Exposure Triangle: The Complete Photographer’s Guide

15 October 2021

Capturing a well-exposed and blur-free photo in a manual mode really comes down to understanding the exposure triangle - aperture, shutter speed and ISO. Mastering all three will allow you to step away from automatic mode and start experimenting with manual photography. Gain a fundamental understanding of the exposure triangle with Ted’s complete guide.


What is the exposure triangle?

Referring to three key camera settings - aperture, shutter speed and ISO -, the exposure triangle determines the amount of light captured in an image. All three work in unison in order to balance your exposure, meaning that changing one of the settings in the photography triangle will require you to adjust another in order to keep the same exposure. By mastering how to tweak all three to get your desired result, you can produce well-exposed photos.

Exposure Triangle: The Complete Photographer’s GuideExposure Triangle: The Complete Photographer’s Guide

Understanding the three camera settings in the exposure triangle

Exposure Triangle: The Complete Photographer’s GuideExposure Triangle: The Complete Photographer’s Guide

ISO

The ISO setting determines the sensitivity and the amount of light captured in a single image. For example, a lower ISO is best for brighter conditions and reduces the risk of overexposure. In comparison, a higher ISO setting is required for harnessing enough light in dim conditions. Keep in mind that higher ISO settings result in more image noise and grain, so it's best to raise this setting gradually to keep your images looking sharp.

Shutter speed 

The shutter speed is the length of time that a shutter remains open to capture an image. But how does shutter speed affect exposure? The slower the shutter speed, the longer it remains open, allowing more light to enter and expose your image. To capture fast-moving objects, like an athlete, wild animal or fast car, you’ll want to use a fast shutter speed.

Exposure Triangle: The Complete Photographer’s GuideExposure Triangle: The Complete Photographer’s Guide

Slower shutter speeds can introduce camera blur into your photos if unstabilised. To avoid this, either mount your camera to a tripod or switch to a faster shutter speed. That being said, photographers can use slower shutter speeds to emphasise motion blur, such as in waterfall photography.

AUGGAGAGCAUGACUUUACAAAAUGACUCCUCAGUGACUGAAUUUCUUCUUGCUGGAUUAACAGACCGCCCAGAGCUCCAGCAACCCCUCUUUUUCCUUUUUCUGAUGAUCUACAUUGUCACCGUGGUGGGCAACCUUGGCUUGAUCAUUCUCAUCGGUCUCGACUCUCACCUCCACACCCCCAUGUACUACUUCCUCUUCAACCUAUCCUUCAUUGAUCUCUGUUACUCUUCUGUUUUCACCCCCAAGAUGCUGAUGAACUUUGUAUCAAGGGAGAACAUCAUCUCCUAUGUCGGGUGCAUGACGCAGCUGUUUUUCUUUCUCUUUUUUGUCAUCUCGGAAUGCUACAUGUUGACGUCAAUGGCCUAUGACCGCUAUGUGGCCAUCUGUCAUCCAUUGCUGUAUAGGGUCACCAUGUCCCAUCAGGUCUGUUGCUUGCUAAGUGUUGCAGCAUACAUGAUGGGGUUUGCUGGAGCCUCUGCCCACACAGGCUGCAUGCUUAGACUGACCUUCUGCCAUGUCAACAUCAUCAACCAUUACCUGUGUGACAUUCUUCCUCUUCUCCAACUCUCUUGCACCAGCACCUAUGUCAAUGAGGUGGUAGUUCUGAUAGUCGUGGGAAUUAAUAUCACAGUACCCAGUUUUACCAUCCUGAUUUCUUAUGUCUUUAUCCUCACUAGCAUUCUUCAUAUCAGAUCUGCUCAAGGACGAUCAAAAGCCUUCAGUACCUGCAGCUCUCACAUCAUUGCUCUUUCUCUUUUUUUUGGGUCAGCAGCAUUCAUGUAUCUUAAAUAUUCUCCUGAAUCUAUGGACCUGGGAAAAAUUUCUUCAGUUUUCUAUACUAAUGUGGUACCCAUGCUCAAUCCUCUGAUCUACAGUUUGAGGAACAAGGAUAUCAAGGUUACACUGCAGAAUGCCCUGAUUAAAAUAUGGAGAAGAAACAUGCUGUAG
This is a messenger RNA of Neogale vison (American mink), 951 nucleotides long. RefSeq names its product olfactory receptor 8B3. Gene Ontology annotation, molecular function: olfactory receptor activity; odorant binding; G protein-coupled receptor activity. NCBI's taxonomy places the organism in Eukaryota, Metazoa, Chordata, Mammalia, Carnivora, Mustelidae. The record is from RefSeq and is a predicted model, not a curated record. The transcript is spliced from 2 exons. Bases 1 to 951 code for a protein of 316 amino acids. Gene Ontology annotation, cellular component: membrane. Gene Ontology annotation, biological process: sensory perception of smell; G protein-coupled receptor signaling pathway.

Exposure Triangle: The Complete Photographer’s GuideExposure Triangle: The Complete Photographer’s Guide

Aperture

Aperture refers to the amount of light captured by your camera lens and the size of the opening at the front of your lens. Presented in numbers known as f/stops, aperture settings get tricky because a smaller number, such as f1.4, is actually a larger aperture (or opening). A higher number, like f16, is a smaller opening, so it lets in less light.

Aperture setting also determines the depth of field of your image – how much of your image is in focus or how distant an item is in the image before it’s out of focus. An image with a shallow depth of field will have less of the foreground and background areas in focus, making your central point of focus stand out. Conversely, images with a deep depth of field will have several areas in focus, from your central point to the background.


How to balance exposure settings

Each setting of the exposure triangle is linked to the others, meaning that you need to learn how to balance aperture, shutter speed and ISO in order to create well-exposed photos. Here’s how to balance exposure settings depending on the context you’re in and the result you’re trying to achieve:

Sports photography: Capture fast-moving athletes will require you to use a fast shutter speed, hence a larger aperture (a smaller f/stop number) or higher ISO to compensate.

Bokeh portraits: To introduce bokeh or background blur to your photos, use a large aperture (a smaller f/stop number) alongside a faster shutter speed or a lower ISO.

Landscape photography: To capture expansive vistas, select a small aperture (a high f/stop number) and low ISO setting to keep your image sharp. Balance your shutter speed accordingly.


For more brilliant tips on camera settings and photography, be sure to check out our photography blog. Now that you have a few tricks under your belt to capture photos in manual mode, shop the best DSLRs, mirrorless cameras and lenses online to take your photography to the next level.


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